There are still more than a thousand other publishers besides the Big 5, from small presses and university presses to larger indies. And though B&N and Amazon sell the vast majority of books, there are several thousand indie stores and other retail outlets one can purchase from. More than 70% of all book titles published are self-published, so there is a wide variety of choice available.
One thing that does still exist in the book world is competition and merit. If your book is truly great, a literary agent or book publisher should recognize that, right?
Well, sometimes agents and publishers make mistakes. Or politics get in the way. Or commercialism pops into the picture. Publishers want books that will sell so they will publish a thriller over poetry, and amongst the thrillers, they look for authors who will buy books, invest in publicity and marketing, show testimonials from high-profile people, have big social media followings, or have connections to distribution points (such as an author who can sell books to members of an organization that they run).
But not every publisher looks for the same thing – and not everyone publishes based on sales potential. Some publish books they feel deserve a voice, that offer something meaningful to the world.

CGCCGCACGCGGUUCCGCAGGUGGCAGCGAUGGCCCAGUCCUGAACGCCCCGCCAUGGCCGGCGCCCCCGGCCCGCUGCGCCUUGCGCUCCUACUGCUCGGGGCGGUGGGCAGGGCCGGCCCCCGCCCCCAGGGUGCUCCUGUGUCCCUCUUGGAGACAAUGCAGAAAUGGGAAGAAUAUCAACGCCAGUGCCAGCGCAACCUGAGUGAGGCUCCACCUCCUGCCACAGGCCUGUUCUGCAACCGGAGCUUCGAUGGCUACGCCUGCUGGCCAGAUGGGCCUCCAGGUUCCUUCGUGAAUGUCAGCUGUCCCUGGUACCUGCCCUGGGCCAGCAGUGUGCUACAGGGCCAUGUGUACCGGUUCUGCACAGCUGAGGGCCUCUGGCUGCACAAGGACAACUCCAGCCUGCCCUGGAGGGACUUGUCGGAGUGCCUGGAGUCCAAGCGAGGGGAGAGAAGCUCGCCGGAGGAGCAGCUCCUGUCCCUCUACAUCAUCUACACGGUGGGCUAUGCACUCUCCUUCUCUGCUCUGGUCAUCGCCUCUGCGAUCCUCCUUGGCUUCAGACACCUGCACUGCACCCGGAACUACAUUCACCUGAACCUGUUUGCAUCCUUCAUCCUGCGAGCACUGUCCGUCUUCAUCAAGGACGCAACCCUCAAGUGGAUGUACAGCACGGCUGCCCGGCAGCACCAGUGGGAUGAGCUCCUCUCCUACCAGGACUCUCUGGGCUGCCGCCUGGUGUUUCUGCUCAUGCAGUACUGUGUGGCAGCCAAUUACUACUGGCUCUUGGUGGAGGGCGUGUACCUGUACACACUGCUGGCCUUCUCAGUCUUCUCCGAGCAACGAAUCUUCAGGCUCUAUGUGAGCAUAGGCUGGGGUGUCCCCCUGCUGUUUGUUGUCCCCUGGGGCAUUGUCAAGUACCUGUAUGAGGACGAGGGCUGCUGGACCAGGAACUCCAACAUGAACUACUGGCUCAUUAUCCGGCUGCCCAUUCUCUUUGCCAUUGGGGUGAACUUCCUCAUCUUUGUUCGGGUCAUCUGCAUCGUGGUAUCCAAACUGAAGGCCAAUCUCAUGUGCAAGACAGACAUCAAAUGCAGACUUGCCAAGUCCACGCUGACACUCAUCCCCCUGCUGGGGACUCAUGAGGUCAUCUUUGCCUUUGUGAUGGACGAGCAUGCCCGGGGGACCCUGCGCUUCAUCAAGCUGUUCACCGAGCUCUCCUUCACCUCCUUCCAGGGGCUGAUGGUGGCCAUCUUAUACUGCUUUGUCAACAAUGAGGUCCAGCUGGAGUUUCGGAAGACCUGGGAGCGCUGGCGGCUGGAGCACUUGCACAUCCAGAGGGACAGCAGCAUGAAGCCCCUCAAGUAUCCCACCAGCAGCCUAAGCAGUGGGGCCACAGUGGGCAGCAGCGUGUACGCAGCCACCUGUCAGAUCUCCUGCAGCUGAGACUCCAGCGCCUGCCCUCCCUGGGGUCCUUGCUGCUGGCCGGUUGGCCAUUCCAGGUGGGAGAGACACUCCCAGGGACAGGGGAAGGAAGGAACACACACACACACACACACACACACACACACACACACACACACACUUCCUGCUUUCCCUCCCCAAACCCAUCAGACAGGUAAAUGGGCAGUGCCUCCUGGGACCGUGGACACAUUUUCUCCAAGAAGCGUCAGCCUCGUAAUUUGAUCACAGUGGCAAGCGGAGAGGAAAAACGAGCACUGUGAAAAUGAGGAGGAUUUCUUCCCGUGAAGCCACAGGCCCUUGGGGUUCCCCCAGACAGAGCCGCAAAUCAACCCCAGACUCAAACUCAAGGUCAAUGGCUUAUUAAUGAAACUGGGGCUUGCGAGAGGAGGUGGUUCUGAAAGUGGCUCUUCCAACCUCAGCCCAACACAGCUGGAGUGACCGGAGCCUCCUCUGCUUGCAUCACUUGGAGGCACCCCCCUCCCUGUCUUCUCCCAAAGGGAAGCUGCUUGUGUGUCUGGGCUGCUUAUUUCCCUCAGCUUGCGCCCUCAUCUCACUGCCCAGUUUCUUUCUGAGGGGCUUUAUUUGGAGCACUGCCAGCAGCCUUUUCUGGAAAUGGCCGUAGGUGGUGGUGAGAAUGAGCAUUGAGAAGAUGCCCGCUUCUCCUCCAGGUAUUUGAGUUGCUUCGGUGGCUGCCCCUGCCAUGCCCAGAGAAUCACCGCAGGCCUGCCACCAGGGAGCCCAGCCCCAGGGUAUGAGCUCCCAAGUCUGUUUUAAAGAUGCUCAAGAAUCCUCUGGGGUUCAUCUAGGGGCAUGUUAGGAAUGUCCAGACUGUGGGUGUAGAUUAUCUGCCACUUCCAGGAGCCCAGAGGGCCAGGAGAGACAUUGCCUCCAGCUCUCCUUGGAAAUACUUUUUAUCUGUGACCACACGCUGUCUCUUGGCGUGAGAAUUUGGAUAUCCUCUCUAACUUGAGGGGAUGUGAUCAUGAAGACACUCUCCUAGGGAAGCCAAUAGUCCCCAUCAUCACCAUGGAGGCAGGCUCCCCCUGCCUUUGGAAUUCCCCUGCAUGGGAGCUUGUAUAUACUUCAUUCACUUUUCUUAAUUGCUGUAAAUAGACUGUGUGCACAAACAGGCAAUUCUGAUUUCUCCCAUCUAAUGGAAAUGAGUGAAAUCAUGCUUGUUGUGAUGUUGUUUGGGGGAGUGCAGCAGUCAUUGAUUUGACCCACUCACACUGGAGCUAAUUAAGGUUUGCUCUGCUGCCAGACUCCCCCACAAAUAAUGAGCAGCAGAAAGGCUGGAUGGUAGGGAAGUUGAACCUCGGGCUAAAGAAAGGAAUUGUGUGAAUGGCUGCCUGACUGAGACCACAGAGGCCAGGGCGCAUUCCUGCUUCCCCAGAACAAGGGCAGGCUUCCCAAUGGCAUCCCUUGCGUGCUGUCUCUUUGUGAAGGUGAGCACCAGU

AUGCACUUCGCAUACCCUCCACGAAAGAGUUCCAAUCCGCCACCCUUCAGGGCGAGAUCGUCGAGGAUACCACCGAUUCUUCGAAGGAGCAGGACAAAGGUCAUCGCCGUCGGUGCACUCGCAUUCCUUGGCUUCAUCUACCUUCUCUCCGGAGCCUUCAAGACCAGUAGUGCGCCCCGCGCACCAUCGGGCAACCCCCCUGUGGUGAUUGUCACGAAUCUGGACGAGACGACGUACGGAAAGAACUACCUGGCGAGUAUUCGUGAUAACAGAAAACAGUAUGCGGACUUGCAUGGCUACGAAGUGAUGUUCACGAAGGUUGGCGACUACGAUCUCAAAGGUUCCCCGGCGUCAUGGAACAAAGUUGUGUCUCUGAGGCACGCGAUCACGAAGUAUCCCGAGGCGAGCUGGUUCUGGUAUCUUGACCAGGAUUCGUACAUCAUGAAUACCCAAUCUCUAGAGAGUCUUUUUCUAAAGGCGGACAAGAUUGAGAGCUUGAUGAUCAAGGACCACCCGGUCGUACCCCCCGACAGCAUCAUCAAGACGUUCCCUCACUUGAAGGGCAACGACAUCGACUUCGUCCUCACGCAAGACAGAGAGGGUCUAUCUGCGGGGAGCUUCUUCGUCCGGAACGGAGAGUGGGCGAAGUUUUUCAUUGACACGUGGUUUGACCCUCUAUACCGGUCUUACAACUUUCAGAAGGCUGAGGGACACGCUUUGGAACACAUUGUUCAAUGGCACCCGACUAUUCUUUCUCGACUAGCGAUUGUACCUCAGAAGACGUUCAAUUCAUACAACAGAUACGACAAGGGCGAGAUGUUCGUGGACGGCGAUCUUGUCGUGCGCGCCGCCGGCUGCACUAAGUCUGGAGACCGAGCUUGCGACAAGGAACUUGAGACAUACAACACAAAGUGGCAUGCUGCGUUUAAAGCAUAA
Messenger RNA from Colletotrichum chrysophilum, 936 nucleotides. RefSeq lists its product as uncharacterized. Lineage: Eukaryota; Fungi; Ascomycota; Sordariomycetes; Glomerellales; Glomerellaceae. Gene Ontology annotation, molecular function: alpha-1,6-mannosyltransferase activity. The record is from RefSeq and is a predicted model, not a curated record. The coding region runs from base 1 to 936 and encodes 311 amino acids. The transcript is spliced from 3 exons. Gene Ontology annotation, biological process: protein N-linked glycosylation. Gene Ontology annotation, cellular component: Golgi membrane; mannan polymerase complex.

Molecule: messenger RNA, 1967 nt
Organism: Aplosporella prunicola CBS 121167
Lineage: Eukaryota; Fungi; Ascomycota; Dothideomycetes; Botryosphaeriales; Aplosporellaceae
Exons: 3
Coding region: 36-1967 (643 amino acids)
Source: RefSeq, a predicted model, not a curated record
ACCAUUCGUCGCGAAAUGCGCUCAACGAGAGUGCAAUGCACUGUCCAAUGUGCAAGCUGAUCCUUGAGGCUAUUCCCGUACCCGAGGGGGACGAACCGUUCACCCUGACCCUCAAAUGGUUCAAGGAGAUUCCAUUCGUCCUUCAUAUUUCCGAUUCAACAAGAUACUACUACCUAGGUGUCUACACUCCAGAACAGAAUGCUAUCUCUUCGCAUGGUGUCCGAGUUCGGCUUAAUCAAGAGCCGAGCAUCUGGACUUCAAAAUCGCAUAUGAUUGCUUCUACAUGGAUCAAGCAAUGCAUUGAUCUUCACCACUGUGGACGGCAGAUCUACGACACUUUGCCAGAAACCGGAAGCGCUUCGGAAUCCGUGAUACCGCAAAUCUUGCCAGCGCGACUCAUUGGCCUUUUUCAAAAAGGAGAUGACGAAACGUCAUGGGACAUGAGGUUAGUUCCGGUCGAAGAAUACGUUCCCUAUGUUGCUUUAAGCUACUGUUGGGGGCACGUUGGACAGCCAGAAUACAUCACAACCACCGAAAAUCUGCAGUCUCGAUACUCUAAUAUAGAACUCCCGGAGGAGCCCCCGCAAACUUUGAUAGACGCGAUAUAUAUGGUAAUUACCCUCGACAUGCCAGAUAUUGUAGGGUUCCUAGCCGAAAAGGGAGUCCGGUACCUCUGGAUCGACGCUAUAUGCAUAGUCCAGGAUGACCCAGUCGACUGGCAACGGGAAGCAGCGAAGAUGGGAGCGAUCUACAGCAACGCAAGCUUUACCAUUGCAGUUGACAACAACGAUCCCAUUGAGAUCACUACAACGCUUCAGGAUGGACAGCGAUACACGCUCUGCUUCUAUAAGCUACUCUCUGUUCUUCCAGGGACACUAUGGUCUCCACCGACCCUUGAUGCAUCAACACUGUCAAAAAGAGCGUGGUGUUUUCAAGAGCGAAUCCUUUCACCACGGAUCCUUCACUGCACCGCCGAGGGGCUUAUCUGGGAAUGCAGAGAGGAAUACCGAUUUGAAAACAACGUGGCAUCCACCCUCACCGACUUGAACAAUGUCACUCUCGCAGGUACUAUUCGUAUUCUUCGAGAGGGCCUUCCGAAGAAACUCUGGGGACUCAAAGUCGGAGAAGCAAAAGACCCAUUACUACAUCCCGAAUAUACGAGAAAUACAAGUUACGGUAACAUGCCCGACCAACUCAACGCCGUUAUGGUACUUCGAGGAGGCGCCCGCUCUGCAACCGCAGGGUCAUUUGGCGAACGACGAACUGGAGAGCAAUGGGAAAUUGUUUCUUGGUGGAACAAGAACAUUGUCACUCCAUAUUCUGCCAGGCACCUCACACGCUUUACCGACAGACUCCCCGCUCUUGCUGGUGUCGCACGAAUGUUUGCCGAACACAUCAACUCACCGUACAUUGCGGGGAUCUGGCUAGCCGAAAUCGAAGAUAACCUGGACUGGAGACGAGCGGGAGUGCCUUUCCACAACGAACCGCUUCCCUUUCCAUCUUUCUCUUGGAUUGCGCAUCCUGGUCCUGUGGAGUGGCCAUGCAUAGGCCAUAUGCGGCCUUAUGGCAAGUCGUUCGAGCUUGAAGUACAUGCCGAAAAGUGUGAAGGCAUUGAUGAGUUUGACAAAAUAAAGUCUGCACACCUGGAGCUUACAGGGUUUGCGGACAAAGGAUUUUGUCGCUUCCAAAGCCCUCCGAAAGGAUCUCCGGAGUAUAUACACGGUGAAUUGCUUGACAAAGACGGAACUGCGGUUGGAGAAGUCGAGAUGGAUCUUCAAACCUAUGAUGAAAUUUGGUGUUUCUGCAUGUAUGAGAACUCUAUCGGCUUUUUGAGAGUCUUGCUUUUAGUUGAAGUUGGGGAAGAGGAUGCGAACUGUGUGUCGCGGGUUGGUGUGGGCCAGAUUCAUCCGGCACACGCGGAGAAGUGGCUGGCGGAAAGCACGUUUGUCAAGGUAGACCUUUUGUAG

Self-publishing can make a lot of sense, especially if:
· You have no other way of getting published.
· You believe you can sell books.
· Your message will appeal to the media.
· You have resources to market your book.
However, and this doesn’t get said often, but some books simply should not be published. You know what I am talking about. They lack editing. They add nothing to their genre. They are boring or lack any creativity. They contain bad advice, fake facts, or views that are nothing short of hate. Everyone has the right of free speech, but everyone should also exhibit a little responsibility, self-control, and ethics when deciding what to publish.
Lastly, consumers help democratize the book industry. If you like a book, tell everyone. Same if you hate it. The consumer can influence which books win or lose, which one is resonate with them and which one is not worthy of attention.
So every step of the way, books have to pass some kind of test and win someone over, from literary agents and publishers to news media, bookstores, and the consumers.
Will the best books make it through!?
Will the best books make it through!?
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Brian Feinblum’s insightful views, provocative opinions, and interesting ideas expressed in this terrific blog are his alone and not that of his employer or anyone else. You can – and should -- follow him on Twitter @theprexpert and email him at firstname.lastname@example.org. He feels much more important when discussed in the third-person. This is copyrighted by BookMarketingBuzzBlog ©2019. Born and raised in Brooklyn, he now resides in Westchester. His writings are often featured in The Writer and IBPA’s Independent. This was named one of the best book marketing blogs by Book Baby http://blog.bookbaby.com/2013/09/the-best-book-marketing-blogs and recognized by Feedspot in 2018 as one of the top book marketing blogs. Also named by WinningWriters.com as a "best resource.” He recently hosted a panel on book publicity for Book Expo America.